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Texas Basketball Report

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It's Thursday, which means another edition of the Texas Basketball Report. Texas comes off a tremendously frustrating week, with a head-shaking loss at home to Kansas State and a challenging road loss to Texas A&M. Writing these reports, it seems like Texas has settled into a nice little pattern of two steps forward, two steps back. Just when we think the 'Horns are turning a corner, the team stumbles and drops a frustrating game.

Best, then, to look all the way back to this edition of the TBR, in which I wrote:

[L]et's not get too greedy. Aiming for that 21-22 win plateau heading into the Big 12 tourney would be just fine. If the team is what we hope it can be, it'll be in position to win a game or three in the Big 12 tourney and play itself into a #4-6 seed. And that, really, needs to be the focus of what we look at. The Longhorns - given this team's incredible inexperience - need to avoid falling to the #7-#10 seeds. If Texas can play its way into that 4-6 seed range, it would avoid a monster of an opponent until the Sweet 16. Yes, yes, I know: we're looking ahead a lot here, but it's instructive - with a team like this - to keep the big picture goals in mind. Why? Because there are going to be nights when this team doesn't quite get it done. In all likelihood, we'll drop a frustrating, ugly game to a team in that middle bracket. We'll probably squeak out a win against one of those bad teams that we're supposed to handle comfortably.

But if we're on top of where this team needs to finish, as opposed to just agonizing over the details of how it gets there, we'll be in a better position to appreciate the team's organic growth.

That's just what AW has done with an analysis of the remaining schedule, and it's important that we try not to worry about individual games as much as the big picture goals. Getting to 11-5 in conference - however we do it - would be tremendous.

The question, of course, is how to get there.

A quick look at the Texas season box score provides some guidance.

  • J.D. Lewis has shot the basketball 44 times this season. 43 of those field goal attempts have been from beyond the arc. Eleven of them have passed through the rim. If your calculator's not handy, that's an abymsal 27% shooting from a guy who's a zero on the glass and a negative on defense. Even his assist to turnover ratio (9:13) is subpar. We're well past the point of justifying playing time for JD, to the point where Texas is more or less playing four on five when he's on the floor, and always hiding in a zone. Please, Rick. For crying out loud: quit playing JD Lewis. He brings nothing to the table.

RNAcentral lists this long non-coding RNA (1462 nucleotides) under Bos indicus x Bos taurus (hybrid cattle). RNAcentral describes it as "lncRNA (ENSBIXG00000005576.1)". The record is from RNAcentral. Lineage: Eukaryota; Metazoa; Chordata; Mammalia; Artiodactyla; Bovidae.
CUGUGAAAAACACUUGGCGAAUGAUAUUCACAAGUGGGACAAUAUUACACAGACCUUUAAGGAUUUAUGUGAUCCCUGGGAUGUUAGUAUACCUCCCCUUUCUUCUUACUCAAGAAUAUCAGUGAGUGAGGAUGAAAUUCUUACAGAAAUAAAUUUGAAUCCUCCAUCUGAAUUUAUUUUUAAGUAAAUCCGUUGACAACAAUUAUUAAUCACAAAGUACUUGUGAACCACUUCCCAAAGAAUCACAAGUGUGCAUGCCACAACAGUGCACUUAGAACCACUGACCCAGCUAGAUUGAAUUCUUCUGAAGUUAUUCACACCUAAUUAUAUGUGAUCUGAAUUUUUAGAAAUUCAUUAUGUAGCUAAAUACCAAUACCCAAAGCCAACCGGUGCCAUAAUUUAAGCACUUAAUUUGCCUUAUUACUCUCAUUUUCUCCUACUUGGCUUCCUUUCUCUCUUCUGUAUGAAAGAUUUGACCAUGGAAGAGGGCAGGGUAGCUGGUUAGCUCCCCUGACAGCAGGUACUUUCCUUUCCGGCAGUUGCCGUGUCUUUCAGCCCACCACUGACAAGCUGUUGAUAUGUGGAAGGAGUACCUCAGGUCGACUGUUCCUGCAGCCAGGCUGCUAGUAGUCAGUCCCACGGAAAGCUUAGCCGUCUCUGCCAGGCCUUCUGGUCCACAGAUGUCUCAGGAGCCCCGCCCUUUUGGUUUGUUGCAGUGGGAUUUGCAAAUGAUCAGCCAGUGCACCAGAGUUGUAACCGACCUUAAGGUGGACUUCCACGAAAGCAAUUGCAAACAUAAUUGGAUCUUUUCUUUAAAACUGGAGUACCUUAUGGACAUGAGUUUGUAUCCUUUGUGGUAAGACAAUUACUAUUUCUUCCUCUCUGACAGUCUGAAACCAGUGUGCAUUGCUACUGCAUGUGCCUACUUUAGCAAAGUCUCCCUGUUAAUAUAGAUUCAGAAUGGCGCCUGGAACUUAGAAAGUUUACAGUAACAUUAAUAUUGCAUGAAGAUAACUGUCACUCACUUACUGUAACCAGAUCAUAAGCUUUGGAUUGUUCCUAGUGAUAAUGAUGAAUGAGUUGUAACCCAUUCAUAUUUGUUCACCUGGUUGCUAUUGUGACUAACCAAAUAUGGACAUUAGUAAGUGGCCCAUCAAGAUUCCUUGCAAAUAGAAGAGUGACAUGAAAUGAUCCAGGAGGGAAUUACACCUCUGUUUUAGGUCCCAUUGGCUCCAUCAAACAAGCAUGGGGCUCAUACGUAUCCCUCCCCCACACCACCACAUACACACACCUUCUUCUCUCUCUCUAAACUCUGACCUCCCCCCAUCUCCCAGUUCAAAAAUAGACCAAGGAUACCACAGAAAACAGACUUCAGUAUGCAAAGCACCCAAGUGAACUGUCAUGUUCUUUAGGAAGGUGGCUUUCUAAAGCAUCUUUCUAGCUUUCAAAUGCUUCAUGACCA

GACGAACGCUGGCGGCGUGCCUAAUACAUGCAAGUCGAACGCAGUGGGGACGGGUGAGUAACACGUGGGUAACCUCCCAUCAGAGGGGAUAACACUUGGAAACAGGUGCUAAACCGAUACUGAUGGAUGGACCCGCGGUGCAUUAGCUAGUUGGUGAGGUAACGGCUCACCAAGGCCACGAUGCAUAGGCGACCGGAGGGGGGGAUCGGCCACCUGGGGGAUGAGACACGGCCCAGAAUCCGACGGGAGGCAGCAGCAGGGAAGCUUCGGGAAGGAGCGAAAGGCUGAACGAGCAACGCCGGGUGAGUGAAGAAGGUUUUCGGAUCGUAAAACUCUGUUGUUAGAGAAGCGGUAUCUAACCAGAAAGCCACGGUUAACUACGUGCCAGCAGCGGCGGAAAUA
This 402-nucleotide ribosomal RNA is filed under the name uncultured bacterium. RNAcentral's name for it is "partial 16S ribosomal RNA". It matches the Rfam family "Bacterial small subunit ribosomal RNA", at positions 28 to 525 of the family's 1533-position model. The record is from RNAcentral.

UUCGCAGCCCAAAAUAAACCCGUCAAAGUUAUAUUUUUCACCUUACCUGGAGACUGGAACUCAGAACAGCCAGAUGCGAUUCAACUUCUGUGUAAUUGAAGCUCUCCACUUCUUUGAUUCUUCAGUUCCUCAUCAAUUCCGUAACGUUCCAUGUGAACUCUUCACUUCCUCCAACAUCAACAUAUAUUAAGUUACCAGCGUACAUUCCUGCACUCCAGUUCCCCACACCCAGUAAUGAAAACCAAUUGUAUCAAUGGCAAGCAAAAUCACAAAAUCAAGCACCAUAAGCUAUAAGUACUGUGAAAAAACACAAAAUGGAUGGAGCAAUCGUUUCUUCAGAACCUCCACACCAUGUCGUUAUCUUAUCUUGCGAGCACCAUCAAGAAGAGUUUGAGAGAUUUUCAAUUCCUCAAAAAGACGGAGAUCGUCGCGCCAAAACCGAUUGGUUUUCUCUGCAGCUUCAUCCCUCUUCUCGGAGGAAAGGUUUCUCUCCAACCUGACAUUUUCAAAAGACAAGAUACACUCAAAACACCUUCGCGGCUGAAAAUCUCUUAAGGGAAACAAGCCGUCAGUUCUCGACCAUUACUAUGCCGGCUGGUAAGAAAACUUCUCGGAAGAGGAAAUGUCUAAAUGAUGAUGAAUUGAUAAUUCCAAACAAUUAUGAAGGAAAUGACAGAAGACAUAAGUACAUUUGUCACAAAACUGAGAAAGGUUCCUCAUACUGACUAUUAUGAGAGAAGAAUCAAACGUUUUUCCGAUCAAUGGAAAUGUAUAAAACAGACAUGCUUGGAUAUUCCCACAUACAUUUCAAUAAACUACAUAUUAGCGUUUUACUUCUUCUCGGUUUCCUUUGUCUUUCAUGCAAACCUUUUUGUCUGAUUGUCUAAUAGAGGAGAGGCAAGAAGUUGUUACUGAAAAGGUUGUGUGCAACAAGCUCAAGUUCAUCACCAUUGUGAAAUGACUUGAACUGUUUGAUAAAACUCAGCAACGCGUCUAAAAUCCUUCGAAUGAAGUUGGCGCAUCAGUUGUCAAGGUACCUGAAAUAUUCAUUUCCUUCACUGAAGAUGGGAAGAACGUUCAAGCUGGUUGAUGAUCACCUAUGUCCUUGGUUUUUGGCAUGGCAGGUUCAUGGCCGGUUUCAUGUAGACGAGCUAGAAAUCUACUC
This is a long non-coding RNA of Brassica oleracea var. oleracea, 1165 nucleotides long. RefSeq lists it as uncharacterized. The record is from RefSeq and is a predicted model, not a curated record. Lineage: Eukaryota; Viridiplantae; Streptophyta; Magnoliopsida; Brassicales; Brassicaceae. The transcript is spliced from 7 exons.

• As an alternative, try Craig Winder if you -must- steal some minutes with a guard. Winder's an awful shooter from beyond 20 feet (1-11 on threes for the year), but he's athletic enough to finish around the rim, quick enough to contribute on defense, and has a more-than-respectable 12:4 ratio of assists to turnovers. Winder scares the bejeezus out of me at times, but there's simply no denying, at this point, that he's a better alternative than Lewis for stealing minutes.
  • Sticking with the guards, Barnes has to quit playing Abrams for 38-40 minutes in a game. In 39 minutes in College Station, Abrams hauled in exactly one rebound. We're all aware of the lack of depth for Texas in the backcourt, and I certainly appreciate what Abrams -does- bring to the table, but the scouting report is well established at this point and good teams are forcing Abrams to the dribble drive, where he predictably collapses.
  • If not Abrams, then who? Pushing the pace with our starting five is a great idea, but it can't be a forty minute strategy. Texas simply doesn't have the depth (in numbers or talent) to sustain that pace. Further, the 'Horns aren't playing strong enough transition defense to warrant a push-at-all-costs strategy. It would behoove Barnes to "go big" more often - including, at times, a "Jumbo lineup" with DJ, Durant, James, Atchley, and Pittman. If nothing else, Texas will save some gas for the late stretch runs, where the team has been falling short in game after game.
  • Last, but not least, Texas has to find a way to start games better. The team has been expending so much energy making up for mediocre first halves that it's coming up short in late game situations. Along those same lines, we're seeing Durant explode in the early second half in game after game after game. It's not a magic formula, either - Texas is just adjusting to doing the right things after halftime. Rick's got to get the team to come out of the gate much stronger. As noted with all the problems above, the 'Horns lack the depth to race back from deficits time and time again.
To conclude, there's no magic solution to fix all of Texas' problems this year. Solving one problem often means creating another. This particular roster doesn't quite fit all the things we need this team to be, which means Rick Barnes is going to have to come up with his best coaching performance to date to avoid a mediocre finish to the season. With Durant on the team, you can't say anything's impossible for this group of guys, but until Rick gets everything around Durant performing at maximum capacity, one weakness or another will likely continue to pop up to trip up Texas in big games.

--PB--